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Cyclones

large cyclone

CFW manufactures bespoke cyclones tailored to specific applications. We have developed and installed many cyclone units built to customer specifications. Our comprehensive design and fabrication facilities and support for services enables us to provide reliable, durable equipment.

Cyclones are used for a wide variety of air pollution control applications and are also used as a separation device. Dry cyclones are typically used to recover dry powder or dust where air concentrations of dust are high (for example as a primary dust collection device in rotary dryers). Their low energy costs and maintenance requirements make them an ideal method of removing larger particles: they are about 90% efficient for particles larger than 5 µm and somewhat effective for particles of 2-3 µm. Pressure drops vary widely. Particulates are more efficiently removed than with spray towers, but less efficiently than with venturi scrubbers. A typical application for cyclone filters is sawdust removal in a saw mill. Where smaller particles must be collected, they should be supplemented by additional scrubbers or filters.

The performance of a cyclone depends on many factors. The most important variables that increase collection efficiency are:

  • Higher particle sizes and densities
  • Higher air velocities in the cyclone
  • Small cyclone diameters
  • Longer gas residence times (residence time increases with cyclone length)

While the open construction of cyclones makes them resistant to plugging, and therefore easier to maintain, the spray nozzles can become plugged and the sides of the chamber can be damaged by erosion from abrasive particulates or by corrosion. Designs with easily accessible nozzles can reduce the difficulty of nozzle cleaning, while the sides of the chamber should be constructed from robust, abrasion-resistant materials.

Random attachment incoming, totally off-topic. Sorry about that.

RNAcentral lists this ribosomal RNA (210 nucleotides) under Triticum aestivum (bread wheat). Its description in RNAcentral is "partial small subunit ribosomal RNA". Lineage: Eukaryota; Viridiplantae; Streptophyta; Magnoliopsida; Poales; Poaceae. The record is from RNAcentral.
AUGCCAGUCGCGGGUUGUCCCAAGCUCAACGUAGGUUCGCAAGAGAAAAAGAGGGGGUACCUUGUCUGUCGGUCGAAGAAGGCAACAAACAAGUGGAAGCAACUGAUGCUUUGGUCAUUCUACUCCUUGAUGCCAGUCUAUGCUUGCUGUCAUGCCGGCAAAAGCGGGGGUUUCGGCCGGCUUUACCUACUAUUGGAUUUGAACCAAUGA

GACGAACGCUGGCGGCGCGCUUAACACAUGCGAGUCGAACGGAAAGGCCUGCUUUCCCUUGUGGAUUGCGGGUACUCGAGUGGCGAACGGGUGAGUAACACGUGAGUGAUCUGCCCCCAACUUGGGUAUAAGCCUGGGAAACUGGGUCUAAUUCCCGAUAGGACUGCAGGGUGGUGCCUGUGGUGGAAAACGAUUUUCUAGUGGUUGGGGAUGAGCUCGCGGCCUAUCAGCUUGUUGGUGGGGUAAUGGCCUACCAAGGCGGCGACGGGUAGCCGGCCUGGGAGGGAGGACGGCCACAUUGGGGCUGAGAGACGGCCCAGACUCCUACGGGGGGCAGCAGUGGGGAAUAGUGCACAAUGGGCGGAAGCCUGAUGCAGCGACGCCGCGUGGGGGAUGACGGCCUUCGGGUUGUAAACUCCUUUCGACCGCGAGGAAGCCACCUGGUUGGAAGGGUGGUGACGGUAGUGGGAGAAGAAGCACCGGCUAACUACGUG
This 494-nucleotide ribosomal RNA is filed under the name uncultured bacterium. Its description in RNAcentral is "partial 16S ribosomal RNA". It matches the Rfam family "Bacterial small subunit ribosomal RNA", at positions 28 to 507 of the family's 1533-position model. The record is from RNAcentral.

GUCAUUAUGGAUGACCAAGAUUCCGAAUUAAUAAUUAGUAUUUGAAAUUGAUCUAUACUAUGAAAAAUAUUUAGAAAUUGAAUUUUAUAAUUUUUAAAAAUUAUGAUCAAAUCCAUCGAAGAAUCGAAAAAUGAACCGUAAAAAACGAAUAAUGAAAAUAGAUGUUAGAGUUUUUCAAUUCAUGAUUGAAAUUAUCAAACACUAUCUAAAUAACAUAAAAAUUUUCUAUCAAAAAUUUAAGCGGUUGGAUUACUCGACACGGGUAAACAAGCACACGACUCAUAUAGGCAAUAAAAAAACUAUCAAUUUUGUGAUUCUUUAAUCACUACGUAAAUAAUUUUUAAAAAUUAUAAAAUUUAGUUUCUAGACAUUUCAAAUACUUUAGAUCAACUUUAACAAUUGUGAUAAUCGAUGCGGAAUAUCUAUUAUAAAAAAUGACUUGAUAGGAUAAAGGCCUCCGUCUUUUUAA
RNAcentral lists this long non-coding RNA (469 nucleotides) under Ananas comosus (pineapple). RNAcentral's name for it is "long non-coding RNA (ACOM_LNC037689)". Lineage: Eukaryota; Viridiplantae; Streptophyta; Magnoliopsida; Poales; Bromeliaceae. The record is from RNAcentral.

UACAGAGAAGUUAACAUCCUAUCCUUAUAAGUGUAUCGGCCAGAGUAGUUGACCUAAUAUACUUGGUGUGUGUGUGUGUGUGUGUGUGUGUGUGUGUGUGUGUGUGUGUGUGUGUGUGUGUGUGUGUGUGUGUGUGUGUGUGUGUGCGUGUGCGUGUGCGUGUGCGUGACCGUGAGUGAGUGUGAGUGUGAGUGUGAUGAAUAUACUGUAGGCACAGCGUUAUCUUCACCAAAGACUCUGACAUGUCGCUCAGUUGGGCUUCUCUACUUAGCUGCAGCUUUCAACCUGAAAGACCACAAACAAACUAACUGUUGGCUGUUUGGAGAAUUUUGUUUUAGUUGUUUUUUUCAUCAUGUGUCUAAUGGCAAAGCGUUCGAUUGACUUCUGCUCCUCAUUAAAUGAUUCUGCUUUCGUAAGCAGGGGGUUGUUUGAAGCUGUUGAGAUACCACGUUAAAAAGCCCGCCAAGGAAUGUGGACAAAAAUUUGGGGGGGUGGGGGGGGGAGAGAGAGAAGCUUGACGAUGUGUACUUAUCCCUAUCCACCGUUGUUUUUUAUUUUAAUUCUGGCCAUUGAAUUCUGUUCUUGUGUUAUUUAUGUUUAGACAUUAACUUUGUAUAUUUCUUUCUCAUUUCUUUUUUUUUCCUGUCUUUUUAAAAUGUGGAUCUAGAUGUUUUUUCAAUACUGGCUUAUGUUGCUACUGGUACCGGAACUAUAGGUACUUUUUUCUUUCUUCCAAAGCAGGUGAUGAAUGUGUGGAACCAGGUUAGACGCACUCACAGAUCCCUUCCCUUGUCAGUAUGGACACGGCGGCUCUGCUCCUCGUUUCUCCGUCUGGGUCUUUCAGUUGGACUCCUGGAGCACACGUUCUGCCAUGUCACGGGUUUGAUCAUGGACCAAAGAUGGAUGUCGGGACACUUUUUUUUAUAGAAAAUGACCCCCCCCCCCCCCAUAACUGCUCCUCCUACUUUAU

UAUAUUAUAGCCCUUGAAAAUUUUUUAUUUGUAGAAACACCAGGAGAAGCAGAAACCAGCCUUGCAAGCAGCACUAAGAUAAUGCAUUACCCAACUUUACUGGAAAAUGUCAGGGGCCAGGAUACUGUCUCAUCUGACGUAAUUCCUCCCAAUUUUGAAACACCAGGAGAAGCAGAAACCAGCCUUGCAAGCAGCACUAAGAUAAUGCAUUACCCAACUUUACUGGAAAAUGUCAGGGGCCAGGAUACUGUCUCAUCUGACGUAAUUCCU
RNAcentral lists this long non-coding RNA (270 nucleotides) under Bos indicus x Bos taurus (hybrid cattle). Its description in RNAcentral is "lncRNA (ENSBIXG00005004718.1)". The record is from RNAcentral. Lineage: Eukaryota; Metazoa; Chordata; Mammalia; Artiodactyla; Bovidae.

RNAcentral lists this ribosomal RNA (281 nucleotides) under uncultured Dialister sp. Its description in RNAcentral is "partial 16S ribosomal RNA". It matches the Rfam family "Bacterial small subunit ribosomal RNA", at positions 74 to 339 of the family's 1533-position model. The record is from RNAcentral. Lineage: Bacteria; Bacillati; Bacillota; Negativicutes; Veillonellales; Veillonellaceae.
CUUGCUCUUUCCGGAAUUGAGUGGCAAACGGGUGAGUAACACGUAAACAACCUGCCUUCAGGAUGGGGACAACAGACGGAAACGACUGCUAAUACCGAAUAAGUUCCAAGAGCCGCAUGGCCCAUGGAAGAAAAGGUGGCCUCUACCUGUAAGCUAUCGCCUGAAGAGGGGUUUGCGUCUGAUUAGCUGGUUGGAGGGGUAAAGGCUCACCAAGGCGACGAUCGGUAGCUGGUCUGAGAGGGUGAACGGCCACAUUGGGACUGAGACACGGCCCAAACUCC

The rotating action of a dryer, blasting from a sand blasting booth, or vaporization from cooking can entrain particles in air streams. The gas containing the particles enters the cyclonic separation chamber tangentially and the particles are concentrated along the walls of the device by the corkscrew motion of the gas stream, where they are collected.

In the case of wet cyclones, liquid is sprayed into the chamber so that the particles are caught in droplets and washed out. Wet cyclone designs include irrigated cyclones, where the gas enters the chamber through the top and changes direction back upwards, and cyclonic spray scrubbers, where the air proceeds from the bottom to the top. These cyclones are also used to control very soluble pollutant gases, but they are less efficient for this purpose than for removing particulates. The same high gas velocity that makes them relatively efficient for removing particulates compared to spray towers also reduces the contact time of the liquid with the gases.

Cyclones can also be classified according to their diameter. The diameter of wider cyclones may vary from about 30 cm to more than 4 m. These models are generally used to remove coarse nuisance dusts and larger particles. Typical pressure drops during operation are lower than for multicyclones.

Smaller, narrower cyclones are often grouped in multi-cyclone collectors which often act on airstreams with moderate or large particulate loads and can either stand on their own or act as pre-collectors for electrostatic or fabric-type dust collectors.

Standard cyclones do not handle sticky particulates well and custom solutions may be needed. The material tends to build up on the sides of the cyclone. Stringy substances can also build up on the inlet vanes of multi-cyclones, which prevents the establishment of proper cyclonic airflow patterns, severely reducing collection efficiency.

Individual narrow-diameter cyclones remove particulates more efficiently. However, the tangential high air velocities achieved in these cyclones result in fast-moving particles that are very abrasive. This means that erosion problems can be worse for smaller cyclones. Larger particles are more abrasive. These cyclones are also not able to handle large air volumes. Multi-cyclones usually have relatively high pressure drops.

Cyclones can protect fans and other equipment from abrasive dusts, improve working environments and prevent the loss of valuable powders that can be reused or sold as a product.